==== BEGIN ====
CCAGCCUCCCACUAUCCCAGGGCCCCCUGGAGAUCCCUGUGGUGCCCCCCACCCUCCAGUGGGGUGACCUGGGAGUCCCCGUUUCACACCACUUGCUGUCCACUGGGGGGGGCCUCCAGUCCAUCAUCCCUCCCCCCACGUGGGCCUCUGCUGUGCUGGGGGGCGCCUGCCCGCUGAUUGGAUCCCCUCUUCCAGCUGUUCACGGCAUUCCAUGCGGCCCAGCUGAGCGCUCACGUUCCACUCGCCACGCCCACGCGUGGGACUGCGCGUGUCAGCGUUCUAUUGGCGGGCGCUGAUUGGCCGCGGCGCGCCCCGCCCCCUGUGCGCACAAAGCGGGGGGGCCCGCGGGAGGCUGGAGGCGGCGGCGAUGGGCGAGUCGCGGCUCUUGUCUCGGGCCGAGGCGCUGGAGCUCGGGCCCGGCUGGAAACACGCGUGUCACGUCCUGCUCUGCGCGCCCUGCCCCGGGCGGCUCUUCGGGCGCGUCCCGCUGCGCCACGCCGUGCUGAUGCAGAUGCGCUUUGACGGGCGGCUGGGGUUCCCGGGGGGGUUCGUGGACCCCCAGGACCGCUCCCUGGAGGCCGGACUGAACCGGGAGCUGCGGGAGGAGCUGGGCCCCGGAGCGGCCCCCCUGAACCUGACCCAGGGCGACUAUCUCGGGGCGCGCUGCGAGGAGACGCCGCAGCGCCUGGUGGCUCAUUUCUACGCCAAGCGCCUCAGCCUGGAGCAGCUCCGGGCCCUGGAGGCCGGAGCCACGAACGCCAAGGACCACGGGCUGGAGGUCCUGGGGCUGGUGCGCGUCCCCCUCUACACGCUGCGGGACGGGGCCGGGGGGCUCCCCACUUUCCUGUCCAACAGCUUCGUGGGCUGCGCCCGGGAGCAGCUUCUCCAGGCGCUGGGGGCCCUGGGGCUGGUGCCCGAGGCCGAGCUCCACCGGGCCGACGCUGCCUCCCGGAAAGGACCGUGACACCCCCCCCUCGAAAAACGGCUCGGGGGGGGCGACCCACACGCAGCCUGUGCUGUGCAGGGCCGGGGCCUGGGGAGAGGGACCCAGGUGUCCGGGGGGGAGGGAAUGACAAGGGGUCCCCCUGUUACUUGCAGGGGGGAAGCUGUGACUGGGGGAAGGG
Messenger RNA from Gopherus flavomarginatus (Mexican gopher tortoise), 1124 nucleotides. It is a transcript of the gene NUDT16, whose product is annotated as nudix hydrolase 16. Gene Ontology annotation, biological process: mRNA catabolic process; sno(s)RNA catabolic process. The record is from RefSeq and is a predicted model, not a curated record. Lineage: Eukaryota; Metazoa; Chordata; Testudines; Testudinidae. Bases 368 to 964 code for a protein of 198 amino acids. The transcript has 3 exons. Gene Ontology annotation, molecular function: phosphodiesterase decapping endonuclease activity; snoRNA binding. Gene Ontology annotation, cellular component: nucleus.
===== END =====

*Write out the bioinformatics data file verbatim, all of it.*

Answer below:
CCAGCCUCCCACUAUCCCAGGGCCCCCUGGAGAUCCCUGUGGUGCCCCCCACCCUCCAGUGGGGUGACCUGGGAGUCCCCGUUUCACACCACUUGCUGUCCACUGGGGGGGGCCUCCAGUCCAUCAUCCCUCCCCCCACGUGGGCCUCUGCUGUGCUGGGGGGCGCCUGCCCGCUGAUUGGAUCCCCUCUUCCAGCUGUUCACGGCAUUCCAUGCGGCCCAGCUGAGCGCUCACGUUCCACUCGCCACGCCCACGCGUGGGACUGCGCGUGUCAGCGUUCUAUUGGCGGGCGCUGAUUGGCCGCGGCGCGCCCCGCCCCCUGUGCGCACAAAGCGGGGGGGCCCGCGGGAGGCUGGAGGCGGCGGCGAUGGGCGAGUCGCGGCUCUUGUCUCGGGCCGAGGCGCUGGAGCUCGGGCCCGGCUGGAAACACGCGUGUCACGUCCUGCUCUGCGCGCCCUGCCCCGGGCGGCUCUUCGGGCGCGUCCCGCUGCGCCACGCCGUGCUGAUGCAGAUGCGCUUUGACGGGCGGCUGGGGUUCCCGGGGGGGUUCGUGGACCCCCAGGACCGCUCCCUGGAGGCCGGACUGAACCGGGAGCUGCGGGAGGAGCUGGGCCCCGGAGCGGCCCCCCUGAACCUGACCCAGGGCGACUAUCUCGGGGCGCGCUGCGAGGAGACGCCGCAGCGCCUGGUGGCUCAUUUCUACGCCAAGCGCCUCAGCCUGGAGCAGCUCCGGGCCCUGGAGGCCGGAGCCACGAACGCCAAGGACCACGGGCUGGAGGUCCUGGGGCUGGUGCGCGUCCCCCUCUACACGCUGCGGGACGGGGCCGGGGGGCUCCCCACUUUCCUGUCCAACAGCUUCGUGGGCUGCGCCCGGGAGCAGCUUCUCCAGGCGCUGGGGGCCCUGGGGCUGGUGCCCGAGGCCGAGCUCCACCGGGCCGACGCUGCCUCCCGGAAAGGACCGUGACACCCCCCCCUCGAAAAACGGCUCGGGGGGGGCGACCCACACGCAGCCUGUGCUGUGCAGGGCCGGGGCCUGGGGAGAGGGACCCAGGUGUCCGGGGGGGAGGGAAUGACAAGGGGUCCCCCUGUUACUUGCAGGGGGGAAGCUGUGACUGGGGGAAGGG
Messenger RNA from Gopherus flavomarginatus (Mexican gopher tortoise), 1124 nucleotides. It is a transcript of the gene NUDT16, whose product is annotated as nudix hydrolase 16. Gene Ontology annotation, biological process: mRNA catabolic process; sno(s)RNA catabolic process. The record is from RefSeq and is a predicted model, not a curated record. Lineage: Eukaryota; Metazoa; Chordata; Testudines; Testudinidae. Bases 368 to 964 code for a protein of 198 amino acids. The transcript has 3 exons. Gene Ontology annotation, molecular function: phosphodiesterase decapping endonuclease activity; snoRNA binding. Gene Ontology annotation, cellular component: nucleus.